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The European Citizens’ Consultations deserve pride of place at von der Leyen's Conference

Citizen participation / COMMENTARY
Corina Stratulat , Paul Butcher

Date: 05/09/2019
Good news for European citizens! European Commission President-elect Ursula von der Leyen wants “a new push for European democracy”, including a two-year ‘Conference on the Future of Europe’, in which citizens shall “play a leading and active part”.[1] Von der Leyen’s proposal endorses her predecessor’s 2017 resolve to “debate, not dictate”.[2]

Such continuity of message is welcome. But President von der Leyen can go further – she should ensure there is also continuity in the European Union’s (EU) efforts to build up a European civic space. Specifically, she should take into account the European Citizens’ Consultations (ECCs), which were held throughout Europe as recently as 2018 and early 2019.[3] Recalling the ECCs and building on their results would demonstrate that Brussels is committed to a meaningful process of EU democratic renewal – not just collecting a panoply of one-off initiatives.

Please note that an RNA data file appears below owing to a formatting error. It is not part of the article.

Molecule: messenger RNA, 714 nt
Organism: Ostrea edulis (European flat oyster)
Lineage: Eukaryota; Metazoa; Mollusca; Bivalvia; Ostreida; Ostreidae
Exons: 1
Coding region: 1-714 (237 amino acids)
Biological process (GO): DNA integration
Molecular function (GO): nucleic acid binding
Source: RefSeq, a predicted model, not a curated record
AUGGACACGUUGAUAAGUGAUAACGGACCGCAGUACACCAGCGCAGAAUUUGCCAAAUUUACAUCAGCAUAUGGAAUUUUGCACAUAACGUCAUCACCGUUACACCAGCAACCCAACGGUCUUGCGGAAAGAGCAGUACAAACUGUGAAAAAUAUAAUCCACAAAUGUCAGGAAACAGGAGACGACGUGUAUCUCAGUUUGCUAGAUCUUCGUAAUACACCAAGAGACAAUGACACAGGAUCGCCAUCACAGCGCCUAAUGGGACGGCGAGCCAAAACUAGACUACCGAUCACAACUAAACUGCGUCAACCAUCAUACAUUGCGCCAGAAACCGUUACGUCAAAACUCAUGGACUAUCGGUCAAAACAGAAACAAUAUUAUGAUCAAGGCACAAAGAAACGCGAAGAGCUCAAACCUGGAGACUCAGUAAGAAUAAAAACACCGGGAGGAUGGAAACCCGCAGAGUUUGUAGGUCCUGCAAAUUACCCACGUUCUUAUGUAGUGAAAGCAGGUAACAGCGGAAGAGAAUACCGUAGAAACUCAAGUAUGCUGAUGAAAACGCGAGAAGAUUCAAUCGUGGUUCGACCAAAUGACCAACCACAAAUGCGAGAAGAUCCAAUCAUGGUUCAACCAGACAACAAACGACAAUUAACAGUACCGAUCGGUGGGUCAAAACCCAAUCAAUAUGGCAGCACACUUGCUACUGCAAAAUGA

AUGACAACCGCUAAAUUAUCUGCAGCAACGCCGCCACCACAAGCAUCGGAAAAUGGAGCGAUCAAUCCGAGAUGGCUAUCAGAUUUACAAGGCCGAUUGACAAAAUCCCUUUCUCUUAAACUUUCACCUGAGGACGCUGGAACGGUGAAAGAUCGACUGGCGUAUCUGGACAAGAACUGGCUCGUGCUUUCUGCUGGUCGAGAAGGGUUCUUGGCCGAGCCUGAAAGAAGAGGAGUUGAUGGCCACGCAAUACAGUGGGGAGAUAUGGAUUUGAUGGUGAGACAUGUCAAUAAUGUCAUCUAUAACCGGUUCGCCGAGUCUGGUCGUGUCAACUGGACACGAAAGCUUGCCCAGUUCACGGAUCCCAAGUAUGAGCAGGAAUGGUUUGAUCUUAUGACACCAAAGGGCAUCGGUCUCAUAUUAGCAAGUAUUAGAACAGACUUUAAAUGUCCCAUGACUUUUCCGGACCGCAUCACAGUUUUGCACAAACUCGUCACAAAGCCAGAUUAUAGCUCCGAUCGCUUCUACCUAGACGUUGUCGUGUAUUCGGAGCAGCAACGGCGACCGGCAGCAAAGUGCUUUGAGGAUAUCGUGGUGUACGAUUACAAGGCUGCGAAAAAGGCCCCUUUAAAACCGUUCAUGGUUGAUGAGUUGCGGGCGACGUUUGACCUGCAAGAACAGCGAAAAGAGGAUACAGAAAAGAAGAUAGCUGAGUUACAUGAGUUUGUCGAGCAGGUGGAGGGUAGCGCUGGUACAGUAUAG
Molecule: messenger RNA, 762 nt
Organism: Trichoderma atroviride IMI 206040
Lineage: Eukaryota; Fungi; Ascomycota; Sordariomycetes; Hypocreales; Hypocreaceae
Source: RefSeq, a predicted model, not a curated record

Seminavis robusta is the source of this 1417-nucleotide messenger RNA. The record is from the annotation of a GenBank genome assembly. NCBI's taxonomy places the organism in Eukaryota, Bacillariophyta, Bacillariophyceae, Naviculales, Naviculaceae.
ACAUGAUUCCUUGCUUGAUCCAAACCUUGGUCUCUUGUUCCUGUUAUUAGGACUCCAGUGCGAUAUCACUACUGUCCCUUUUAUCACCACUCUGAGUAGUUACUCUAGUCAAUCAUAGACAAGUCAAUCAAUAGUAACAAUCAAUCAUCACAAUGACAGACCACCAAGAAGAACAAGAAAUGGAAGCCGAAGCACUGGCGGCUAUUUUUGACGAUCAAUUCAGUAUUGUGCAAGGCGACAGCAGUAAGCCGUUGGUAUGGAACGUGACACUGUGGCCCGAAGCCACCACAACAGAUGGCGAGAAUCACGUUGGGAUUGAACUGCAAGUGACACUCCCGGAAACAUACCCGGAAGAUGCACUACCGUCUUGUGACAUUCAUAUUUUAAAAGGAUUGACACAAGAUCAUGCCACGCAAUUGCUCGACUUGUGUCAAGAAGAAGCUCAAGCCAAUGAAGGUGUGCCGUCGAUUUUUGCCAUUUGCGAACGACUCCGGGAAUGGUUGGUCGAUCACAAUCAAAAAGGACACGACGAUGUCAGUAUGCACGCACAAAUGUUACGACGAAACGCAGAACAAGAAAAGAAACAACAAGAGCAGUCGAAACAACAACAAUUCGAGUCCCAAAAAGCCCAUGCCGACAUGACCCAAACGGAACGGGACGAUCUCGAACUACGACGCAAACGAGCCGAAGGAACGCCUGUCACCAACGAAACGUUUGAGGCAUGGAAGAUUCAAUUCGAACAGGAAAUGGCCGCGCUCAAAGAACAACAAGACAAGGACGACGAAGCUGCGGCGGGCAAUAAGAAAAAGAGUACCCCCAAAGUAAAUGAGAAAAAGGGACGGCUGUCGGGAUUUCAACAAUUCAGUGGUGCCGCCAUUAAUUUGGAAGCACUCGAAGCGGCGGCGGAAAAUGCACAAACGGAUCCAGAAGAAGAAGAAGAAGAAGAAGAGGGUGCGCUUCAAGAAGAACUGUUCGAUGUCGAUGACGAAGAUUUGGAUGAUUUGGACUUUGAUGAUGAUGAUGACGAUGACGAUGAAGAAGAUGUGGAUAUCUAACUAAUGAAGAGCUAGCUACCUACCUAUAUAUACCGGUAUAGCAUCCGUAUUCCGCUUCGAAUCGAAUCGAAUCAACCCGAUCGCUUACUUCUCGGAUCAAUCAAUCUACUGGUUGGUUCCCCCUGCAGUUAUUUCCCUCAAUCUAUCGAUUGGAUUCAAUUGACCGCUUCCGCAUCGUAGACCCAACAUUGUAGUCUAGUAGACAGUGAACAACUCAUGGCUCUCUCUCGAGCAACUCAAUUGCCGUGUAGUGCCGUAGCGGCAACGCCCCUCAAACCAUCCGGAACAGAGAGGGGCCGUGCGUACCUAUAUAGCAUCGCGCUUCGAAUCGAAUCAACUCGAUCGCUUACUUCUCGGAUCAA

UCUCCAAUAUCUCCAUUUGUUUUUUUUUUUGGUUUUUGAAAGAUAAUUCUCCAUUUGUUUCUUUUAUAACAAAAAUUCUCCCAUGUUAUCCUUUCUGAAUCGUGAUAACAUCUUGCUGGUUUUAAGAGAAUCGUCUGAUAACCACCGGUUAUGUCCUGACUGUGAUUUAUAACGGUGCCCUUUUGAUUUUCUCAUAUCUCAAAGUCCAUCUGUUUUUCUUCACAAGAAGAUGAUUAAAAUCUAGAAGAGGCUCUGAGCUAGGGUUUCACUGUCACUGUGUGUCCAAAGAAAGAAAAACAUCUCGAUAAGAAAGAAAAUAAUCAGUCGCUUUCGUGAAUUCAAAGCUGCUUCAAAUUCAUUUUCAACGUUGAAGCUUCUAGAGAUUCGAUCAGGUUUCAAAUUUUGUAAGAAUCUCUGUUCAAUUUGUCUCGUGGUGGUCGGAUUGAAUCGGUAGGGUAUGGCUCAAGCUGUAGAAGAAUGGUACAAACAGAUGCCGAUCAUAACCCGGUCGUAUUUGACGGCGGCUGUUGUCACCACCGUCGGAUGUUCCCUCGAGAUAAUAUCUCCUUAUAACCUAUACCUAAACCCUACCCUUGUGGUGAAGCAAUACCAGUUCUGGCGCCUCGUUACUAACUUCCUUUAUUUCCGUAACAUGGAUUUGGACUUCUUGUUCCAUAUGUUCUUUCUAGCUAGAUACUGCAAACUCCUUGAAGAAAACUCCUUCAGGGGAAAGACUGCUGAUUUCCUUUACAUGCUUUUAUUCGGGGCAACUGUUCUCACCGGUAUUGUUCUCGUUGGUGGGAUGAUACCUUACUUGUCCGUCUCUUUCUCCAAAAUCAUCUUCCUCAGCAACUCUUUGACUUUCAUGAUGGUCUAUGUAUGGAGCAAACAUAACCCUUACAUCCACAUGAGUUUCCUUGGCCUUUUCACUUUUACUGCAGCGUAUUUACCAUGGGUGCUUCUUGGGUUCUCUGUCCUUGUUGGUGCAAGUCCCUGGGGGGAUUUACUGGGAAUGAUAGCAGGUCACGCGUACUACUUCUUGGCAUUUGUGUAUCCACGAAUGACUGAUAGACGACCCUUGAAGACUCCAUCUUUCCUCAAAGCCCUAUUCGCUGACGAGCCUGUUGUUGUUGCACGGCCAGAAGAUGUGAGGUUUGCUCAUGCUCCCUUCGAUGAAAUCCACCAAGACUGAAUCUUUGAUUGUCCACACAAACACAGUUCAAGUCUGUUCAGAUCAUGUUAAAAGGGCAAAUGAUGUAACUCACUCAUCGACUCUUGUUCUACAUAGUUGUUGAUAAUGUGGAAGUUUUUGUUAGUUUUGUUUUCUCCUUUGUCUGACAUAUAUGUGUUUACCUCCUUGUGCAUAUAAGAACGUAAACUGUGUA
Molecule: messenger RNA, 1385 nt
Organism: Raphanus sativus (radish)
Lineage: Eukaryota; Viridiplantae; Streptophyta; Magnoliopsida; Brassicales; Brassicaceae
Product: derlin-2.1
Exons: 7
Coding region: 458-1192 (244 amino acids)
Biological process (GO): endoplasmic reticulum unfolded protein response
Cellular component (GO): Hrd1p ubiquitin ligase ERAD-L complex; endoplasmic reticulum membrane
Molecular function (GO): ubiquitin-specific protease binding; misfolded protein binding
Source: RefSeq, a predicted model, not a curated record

So far, unfortunately, any outcome from the ECCs – whether in terms of process or policy substance – has been largely absent from political discourse. The impression is that the exercise has already been forgotten.[4]

But forsaking the ECCs means squandering a remarkable effort. In less than a year, and at a complex political moment marked by crises, populism and high-stakes elections, all 27 member states[5] got involved and organised thousands of national events; the Commission hosted an EU-wide online survey consisting of questions formulated by a Citizens’ Panel; and hundreds of thousands of European citizens participated and provided information about their priorities, proposals and demands. This should not be disregarded.

Von der Leyen’s Conference on the Future of Europe offers the perfect opportunity to come back to the ECCs. Citizens’ participation is likely to be part of the Conference’s method; it may also be a topic on the agenda. Regardless, the experience of the ECCs will be relevant. Their results provide telling insights into citizens’ views on all the most prominent current policy debates. How the process played out can also inspire new thinking about the evolution of European democracy.

Closing the loop from the first round